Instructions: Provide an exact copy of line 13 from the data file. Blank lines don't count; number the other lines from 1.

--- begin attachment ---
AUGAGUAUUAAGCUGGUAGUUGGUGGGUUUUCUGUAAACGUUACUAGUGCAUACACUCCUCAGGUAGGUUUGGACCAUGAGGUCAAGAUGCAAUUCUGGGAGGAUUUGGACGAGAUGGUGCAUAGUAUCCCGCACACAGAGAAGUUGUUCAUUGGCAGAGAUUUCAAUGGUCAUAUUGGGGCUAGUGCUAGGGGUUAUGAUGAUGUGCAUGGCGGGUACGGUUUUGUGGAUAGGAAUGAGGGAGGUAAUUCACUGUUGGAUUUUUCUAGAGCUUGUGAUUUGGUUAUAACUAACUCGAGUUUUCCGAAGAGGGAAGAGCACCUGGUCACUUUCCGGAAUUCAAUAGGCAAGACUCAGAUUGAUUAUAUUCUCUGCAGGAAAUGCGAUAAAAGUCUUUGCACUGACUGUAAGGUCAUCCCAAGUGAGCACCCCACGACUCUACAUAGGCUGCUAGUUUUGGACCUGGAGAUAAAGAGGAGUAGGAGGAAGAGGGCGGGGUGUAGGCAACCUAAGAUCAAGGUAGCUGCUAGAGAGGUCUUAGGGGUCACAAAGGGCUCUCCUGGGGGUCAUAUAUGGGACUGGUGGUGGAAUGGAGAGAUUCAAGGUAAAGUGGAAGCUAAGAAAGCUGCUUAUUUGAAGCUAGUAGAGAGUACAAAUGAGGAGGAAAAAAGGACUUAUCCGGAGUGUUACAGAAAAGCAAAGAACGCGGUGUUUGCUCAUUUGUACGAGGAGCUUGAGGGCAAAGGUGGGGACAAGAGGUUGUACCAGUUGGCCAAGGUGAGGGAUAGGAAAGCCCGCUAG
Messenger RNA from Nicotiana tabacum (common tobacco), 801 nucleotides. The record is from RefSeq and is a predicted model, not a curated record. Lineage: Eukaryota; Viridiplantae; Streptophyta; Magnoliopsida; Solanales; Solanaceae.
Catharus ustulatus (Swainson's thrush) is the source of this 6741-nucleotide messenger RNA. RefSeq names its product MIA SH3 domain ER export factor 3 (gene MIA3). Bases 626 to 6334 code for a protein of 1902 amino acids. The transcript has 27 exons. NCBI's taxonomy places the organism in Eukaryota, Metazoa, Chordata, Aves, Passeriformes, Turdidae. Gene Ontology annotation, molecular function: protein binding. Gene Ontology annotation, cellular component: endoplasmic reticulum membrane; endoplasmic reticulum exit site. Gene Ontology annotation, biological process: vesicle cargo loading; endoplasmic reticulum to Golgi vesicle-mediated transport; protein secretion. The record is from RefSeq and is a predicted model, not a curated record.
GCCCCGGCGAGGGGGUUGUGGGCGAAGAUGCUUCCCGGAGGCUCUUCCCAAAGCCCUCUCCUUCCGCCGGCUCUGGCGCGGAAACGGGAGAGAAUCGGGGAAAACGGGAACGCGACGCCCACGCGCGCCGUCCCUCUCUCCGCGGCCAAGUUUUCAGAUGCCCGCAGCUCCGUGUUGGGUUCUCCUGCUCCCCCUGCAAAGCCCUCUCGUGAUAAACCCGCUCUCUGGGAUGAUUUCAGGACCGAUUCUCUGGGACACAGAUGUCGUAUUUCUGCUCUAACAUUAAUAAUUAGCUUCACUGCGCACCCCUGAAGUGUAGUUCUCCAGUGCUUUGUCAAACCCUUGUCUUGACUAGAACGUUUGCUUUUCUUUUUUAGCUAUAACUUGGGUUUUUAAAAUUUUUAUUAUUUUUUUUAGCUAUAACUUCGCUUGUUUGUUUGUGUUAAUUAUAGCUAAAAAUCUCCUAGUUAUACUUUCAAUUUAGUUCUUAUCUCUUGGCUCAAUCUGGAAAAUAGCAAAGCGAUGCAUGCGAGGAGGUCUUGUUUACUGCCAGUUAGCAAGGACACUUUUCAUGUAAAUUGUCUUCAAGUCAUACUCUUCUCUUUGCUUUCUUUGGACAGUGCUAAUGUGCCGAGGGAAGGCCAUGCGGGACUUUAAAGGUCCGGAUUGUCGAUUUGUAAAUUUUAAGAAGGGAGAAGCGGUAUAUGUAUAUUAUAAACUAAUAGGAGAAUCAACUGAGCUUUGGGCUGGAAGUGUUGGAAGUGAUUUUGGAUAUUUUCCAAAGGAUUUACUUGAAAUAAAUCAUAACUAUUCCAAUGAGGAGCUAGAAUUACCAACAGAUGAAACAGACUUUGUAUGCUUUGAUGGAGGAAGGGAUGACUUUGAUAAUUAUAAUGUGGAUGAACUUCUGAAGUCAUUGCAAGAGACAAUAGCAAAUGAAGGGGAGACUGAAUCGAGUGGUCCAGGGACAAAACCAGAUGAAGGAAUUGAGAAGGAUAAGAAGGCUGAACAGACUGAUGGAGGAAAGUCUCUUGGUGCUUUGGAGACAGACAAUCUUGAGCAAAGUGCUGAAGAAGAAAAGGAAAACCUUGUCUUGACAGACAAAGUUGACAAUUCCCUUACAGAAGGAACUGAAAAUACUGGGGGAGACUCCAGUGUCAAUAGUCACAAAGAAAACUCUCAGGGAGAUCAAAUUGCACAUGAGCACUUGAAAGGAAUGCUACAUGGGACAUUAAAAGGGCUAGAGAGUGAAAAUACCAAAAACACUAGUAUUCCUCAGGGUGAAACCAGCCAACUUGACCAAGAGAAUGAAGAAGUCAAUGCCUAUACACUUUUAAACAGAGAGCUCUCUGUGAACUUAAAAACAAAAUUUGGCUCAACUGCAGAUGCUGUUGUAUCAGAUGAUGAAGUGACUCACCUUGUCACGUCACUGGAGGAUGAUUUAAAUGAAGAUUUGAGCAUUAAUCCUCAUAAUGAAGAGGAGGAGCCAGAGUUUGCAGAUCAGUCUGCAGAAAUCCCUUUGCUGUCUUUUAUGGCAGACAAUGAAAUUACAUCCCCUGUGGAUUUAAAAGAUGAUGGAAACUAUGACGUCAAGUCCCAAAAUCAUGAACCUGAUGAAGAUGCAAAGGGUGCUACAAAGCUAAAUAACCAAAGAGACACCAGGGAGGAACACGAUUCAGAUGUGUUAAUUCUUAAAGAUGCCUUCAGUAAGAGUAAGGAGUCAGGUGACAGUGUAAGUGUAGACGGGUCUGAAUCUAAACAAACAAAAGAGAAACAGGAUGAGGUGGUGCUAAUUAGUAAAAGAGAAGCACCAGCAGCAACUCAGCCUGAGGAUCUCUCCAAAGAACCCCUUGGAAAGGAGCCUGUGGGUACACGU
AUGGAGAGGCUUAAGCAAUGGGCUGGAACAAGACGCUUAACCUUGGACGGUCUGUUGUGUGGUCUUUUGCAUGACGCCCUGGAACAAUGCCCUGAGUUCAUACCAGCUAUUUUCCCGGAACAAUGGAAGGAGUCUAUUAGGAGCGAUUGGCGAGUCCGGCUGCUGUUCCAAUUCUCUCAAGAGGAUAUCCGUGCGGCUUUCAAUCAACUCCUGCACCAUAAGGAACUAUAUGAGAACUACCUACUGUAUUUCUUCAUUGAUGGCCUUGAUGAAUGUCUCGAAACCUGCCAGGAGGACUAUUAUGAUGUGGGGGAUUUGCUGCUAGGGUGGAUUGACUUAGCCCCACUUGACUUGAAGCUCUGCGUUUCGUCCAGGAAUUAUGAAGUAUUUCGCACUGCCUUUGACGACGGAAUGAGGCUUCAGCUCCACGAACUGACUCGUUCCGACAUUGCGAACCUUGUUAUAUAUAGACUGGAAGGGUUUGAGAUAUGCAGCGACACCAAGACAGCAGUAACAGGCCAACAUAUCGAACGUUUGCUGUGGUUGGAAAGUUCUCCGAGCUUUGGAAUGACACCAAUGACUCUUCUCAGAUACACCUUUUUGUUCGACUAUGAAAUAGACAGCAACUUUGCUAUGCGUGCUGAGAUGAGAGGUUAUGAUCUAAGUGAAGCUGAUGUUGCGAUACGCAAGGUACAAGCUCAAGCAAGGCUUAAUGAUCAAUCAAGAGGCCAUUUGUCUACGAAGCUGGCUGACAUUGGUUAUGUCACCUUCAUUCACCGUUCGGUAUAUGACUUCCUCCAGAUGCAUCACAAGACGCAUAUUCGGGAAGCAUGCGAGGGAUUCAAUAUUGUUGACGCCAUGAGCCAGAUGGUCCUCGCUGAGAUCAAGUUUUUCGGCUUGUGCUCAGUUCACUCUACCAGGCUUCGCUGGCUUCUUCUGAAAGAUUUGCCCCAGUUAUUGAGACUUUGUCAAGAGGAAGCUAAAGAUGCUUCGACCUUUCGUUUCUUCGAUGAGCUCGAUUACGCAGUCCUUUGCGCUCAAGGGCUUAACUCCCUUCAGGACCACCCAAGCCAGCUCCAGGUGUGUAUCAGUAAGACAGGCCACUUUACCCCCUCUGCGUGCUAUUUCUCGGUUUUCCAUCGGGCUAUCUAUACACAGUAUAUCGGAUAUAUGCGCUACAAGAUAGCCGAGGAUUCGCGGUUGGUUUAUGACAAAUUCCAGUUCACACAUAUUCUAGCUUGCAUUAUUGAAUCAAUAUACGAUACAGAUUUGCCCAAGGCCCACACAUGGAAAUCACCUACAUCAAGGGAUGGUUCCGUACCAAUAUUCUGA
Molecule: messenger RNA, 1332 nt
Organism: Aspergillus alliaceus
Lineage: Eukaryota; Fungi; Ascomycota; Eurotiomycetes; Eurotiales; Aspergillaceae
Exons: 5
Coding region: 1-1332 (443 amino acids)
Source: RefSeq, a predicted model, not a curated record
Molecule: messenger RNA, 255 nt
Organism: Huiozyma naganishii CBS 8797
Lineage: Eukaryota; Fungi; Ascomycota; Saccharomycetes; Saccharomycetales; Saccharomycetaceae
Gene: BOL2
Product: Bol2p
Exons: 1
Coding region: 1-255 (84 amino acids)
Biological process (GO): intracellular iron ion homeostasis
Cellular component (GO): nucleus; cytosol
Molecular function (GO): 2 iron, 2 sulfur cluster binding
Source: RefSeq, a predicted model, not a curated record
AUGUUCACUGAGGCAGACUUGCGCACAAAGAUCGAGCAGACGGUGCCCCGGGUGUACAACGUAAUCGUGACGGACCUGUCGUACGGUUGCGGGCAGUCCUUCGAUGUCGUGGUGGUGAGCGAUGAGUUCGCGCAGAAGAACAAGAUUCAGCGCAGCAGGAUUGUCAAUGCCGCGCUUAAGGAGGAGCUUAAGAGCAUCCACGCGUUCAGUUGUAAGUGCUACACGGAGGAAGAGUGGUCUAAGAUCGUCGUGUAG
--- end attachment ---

Organism: Huiozyma naganishii CBS 8797